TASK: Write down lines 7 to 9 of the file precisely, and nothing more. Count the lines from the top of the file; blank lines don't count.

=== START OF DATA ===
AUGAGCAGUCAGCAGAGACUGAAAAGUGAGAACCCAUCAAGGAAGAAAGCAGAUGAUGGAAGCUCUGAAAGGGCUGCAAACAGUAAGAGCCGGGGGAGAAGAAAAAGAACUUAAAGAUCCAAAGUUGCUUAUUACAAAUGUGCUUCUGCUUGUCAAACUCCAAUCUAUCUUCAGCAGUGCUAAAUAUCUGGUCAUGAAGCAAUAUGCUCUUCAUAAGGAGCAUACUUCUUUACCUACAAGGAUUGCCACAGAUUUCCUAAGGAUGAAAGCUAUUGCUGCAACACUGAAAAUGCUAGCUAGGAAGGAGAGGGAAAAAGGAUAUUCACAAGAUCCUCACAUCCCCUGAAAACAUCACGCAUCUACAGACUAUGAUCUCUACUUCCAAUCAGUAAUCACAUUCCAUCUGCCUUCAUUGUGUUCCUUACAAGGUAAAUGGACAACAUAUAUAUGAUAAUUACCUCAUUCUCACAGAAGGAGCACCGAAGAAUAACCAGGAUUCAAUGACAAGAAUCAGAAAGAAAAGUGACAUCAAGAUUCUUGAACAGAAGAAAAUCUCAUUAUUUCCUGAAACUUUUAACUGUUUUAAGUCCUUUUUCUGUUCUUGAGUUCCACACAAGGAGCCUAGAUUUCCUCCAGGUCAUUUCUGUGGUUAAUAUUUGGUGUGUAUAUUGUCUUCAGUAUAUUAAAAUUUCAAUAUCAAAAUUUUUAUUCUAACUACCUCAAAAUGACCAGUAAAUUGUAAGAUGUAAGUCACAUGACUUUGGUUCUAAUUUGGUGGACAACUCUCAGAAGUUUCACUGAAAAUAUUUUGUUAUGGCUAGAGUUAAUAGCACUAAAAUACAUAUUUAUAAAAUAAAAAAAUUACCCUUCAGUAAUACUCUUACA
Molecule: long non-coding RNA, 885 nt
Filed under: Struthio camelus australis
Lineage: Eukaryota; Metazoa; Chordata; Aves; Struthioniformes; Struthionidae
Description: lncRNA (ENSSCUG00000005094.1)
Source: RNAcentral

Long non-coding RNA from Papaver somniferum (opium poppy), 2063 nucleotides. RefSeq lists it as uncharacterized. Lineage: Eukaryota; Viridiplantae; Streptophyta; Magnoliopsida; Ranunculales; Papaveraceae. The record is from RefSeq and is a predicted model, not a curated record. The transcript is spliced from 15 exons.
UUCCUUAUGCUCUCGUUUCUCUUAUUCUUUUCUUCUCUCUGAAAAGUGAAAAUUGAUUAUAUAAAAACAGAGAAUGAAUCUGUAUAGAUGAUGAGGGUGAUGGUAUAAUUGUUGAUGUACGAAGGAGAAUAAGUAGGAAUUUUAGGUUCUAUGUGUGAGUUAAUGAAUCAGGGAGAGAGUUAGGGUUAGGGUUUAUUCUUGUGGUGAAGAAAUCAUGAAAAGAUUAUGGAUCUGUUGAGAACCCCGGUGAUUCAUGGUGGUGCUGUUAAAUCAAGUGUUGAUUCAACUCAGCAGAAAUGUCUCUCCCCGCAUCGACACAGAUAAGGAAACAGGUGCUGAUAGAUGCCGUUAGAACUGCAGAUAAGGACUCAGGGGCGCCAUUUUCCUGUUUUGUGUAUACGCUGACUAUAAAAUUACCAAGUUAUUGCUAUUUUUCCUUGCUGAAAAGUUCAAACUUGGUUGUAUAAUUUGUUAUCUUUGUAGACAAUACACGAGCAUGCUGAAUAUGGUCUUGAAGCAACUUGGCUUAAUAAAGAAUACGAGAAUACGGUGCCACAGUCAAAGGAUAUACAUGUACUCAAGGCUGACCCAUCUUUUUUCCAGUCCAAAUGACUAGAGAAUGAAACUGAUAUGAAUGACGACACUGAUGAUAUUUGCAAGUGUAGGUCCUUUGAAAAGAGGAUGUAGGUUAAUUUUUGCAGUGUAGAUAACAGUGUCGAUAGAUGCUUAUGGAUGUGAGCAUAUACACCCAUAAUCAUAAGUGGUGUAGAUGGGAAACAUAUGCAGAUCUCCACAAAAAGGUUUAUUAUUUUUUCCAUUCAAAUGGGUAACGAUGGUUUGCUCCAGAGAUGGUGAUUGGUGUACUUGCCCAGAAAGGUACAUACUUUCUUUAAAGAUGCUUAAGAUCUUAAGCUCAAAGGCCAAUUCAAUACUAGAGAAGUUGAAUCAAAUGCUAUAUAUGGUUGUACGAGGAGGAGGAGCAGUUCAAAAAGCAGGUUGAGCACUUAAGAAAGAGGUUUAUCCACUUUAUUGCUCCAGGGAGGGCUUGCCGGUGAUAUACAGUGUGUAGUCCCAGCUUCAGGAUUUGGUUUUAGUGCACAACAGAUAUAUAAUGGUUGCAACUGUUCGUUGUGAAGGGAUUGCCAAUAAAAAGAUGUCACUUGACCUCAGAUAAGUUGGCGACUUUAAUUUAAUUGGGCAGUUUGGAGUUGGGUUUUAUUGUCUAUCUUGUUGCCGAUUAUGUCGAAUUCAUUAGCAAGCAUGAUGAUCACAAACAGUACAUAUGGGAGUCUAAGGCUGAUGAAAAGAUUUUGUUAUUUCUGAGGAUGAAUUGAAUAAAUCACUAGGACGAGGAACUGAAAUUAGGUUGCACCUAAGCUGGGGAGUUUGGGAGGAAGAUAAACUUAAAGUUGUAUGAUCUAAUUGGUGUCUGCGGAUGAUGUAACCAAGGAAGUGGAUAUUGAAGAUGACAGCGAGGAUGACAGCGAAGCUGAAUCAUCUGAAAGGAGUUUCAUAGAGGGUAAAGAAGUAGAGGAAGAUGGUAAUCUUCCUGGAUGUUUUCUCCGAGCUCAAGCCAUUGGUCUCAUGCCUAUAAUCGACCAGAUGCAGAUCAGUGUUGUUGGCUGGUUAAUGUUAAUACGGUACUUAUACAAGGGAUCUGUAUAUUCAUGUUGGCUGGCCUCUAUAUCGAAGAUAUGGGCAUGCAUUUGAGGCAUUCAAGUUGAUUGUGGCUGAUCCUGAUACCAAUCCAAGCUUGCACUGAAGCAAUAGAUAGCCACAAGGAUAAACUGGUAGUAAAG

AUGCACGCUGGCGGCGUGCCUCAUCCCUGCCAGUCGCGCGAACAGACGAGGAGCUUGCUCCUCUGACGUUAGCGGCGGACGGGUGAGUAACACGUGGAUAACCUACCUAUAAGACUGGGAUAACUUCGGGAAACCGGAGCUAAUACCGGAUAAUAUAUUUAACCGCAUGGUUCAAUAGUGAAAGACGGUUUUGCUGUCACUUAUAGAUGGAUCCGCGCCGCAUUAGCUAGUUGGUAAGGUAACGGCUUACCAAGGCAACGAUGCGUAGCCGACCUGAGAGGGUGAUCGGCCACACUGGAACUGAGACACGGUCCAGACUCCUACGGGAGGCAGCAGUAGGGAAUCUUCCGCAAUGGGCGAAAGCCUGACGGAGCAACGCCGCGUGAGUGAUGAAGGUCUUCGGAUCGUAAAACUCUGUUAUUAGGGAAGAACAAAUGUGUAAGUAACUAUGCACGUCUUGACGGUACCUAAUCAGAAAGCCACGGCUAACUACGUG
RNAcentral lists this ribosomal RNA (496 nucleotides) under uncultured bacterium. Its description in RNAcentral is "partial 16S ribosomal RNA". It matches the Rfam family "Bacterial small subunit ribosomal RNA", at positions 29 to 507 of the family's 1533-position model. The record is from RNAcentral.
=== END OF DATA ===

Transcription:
Long non-coding RNA from Papaver somniferum (opium poppy), 2063 nucleotides. RefSeq lists it as uncharacterized. Lineage: Eukaryota; Viridiplantae; Streptophyta; Magnoliopsida; Ranunculales; Papaveraceae. The record is from RefSeq and is a predicted model, not a curated record. The transcript is spliced from 15 exons.
UUCCUUAUGCUCUCGUUUCUCUUAUUCUUUUCUUCUCUCUGAAAAGUGAAAAUUGAUUAUAUAAAAACAGAGAAUGAAUCUGUAUAGAUGAUGAGGGUGAUGGUAUAAUUGUUGAUGUACGAAGGAGAAUAAGUAGGAAUUUUAGGUUCUAUGUGUGAGUUAAUGAAUCAGGGAGAGAGUUAGGGUUAGGGUUUAUUCUUGUGGUGAAGAAAUCAUGAAAAGAUUAUGGAUCUGUUGAGAACCCCGGUGAUUCAUGGUGGUGCUGUUAAAUCAAGUGUUGAUUCAACUCAGCAGAAAUGUCUCUCCCCGCAUCGACACAGAUAAGGAAACAGGUGCUGAUAGAUGCCGUUAGAACUGCAGAUAAGGACUCAGGGGCGCCAUUUUCCUGUUUUGUGUAUACGCUGACUAUAAAAUUACCAAGUUAUUGCUAUUUUUCCUUGCUGAAAAGUUCAAACUUGGUUGUAUAAUUUGUUAUCUUUGUAGACAAUACACGAGCAUGCUGAAUAUGGUCUUGAAGCAACUUGGCUUAAUAAAGAAUACGAGAAUACGGUGCCACAGUCAAAGGAUAUACAUGUACUCAAGGCUGACCCAUCUUUUUUCCAGUCCAAAUGACUAGAGAAUGAAACUGAUAUGAAUGACGACACUGAUGAUAUUUGCAAGUGUAGGUCCUUUGAAAAGAGGAUGUAGGUUAAUUUUUGCAGUGUAGAUAACAGUGUCGAUAGAUGCUUAUGGAUGUGAGCAUAUACACCCAUAAUCAUAAGUGGUGUAGAUGGGAAACAUAUGCAGAUCUCCACAAAAAGGUUUAUUAUUUUUUCCAUUCAAAUGGGUAACGAUGGUUUGCUCCAGAGAUGGUGAUUGGUGUACUUGCCCAGAAAGGUACAUACUUUCUUUAAAGAUGCUUAAGAUCUUAAGCUCAAAGGCCAAUUCAAUACUAGAGAAGUUGAAUCAAAUGCUAUAUAUGGUUGUACGAGGAGGAGGAGCAGUUCAAAAAGCAGGUUGAGCACUUAAGAAAGAGGUUUAUCCACUUUAUUGCUCCAGGGAGGGCUUGCCGGUGAUAUACAGUGUGUAGUCCCAGCUUCAGGAUUUGGUUUUAGUGCACAACAGAUAUAUAAUGGUUGCAACUGUUCGUUGUGAAGGGAUUGCCAAUAAAAAGAUGUCACUUGACCUCAGAUAAGUUGGCGACUUUAAUUUAAUUGGGCAGUUUGGAGUUGGGUUUUAUUGUCUAUCUUGUUGCCGAUUAUGUCGAAUUCAUUAGCAAGCAUGAUGAUCACAAACAGUACAUAUGGGAGUCUAAGGCUGAUGAAAAGAUUUUGUUAUUUCUGAGGAUGAAUUGAAUAAAUCACUAGGACGAGGAACUGAAAUUAGGUUGCACCUAAGCUGGGGAGUUUGGGAGGAAGAUAAACUUAAAGUUGUAUGAUCUAAUUGGUGUCUGCGGAUGAUGUAACCAAGGAAGUGGAUAUUGAAGAUGACAGCGAGGAUGACAGCGAAGCUGAAUCAUCUGAAAGGAGUUUCAUAGAGGGUAAAGAAGUAGAGGAAGAUGGUAAUCUUCCUGGAUGUUUUCUCCGAGCUCAAGCCAUUGGUCUCAUGCCUAUAAUCGACCAGAUGCAGAUCAGUGUUGUUGGCUGGUUAAUGUUAAUACGGUACUUAUACAAGGGAUCUGUAUAUUCAUGUUGGCUGGCCUCUAUAUCGAAGAUAUGGGCAUGCAUUUGAGGCAUUCAAGUUGAUUGUGGCUGAUCCUGAUACCAAUCCAAGCUUGCACUGAAGCAAUAGAUAGCCACAAGGAUAAACUGGUAGUAAAG

AUGCACGCUGGCGGCGUGCCUCAUCCCUGCCAGUCGCGCGAACAGACGAGGAGCUUGCUCCUCUGACGUUAGCGGCGGACGGGUGAGUAACACGUGGAUAACCUACCUAUAAGACUGGGAUAACUUCGGGAAACCGGAGCUAAUACCGGAUAAUAUAUUUAACCGCAUGGUUCAAUAGUGAAAGACGGUUUUGCUGUCACUUAUAGAUGGAUCCGCGCCGCAUUAGCUAGUUGGUAAGGUAACGGCUUACCAAGGCAACGAUGCGUAGCCGACCUGAGAGGGUGAUCGGCCACACUGGAACUGAGACACGGUCCAGACUCCUACGGGAGGCAGCAGUAGGGAAUCUUCCGCAAUGGGCGAAAGCCUGACGGAGCAACGCCGCGUGAGUGAUGAAGGUCUUCGGAUCGUAAAACUCUGUUAUUAGGGAAGAACAAAUGUGUAAGUAACUAUGCACGUCUUGACGGUACCUAAUCAGAAAGCCACGGCUAACUACGUG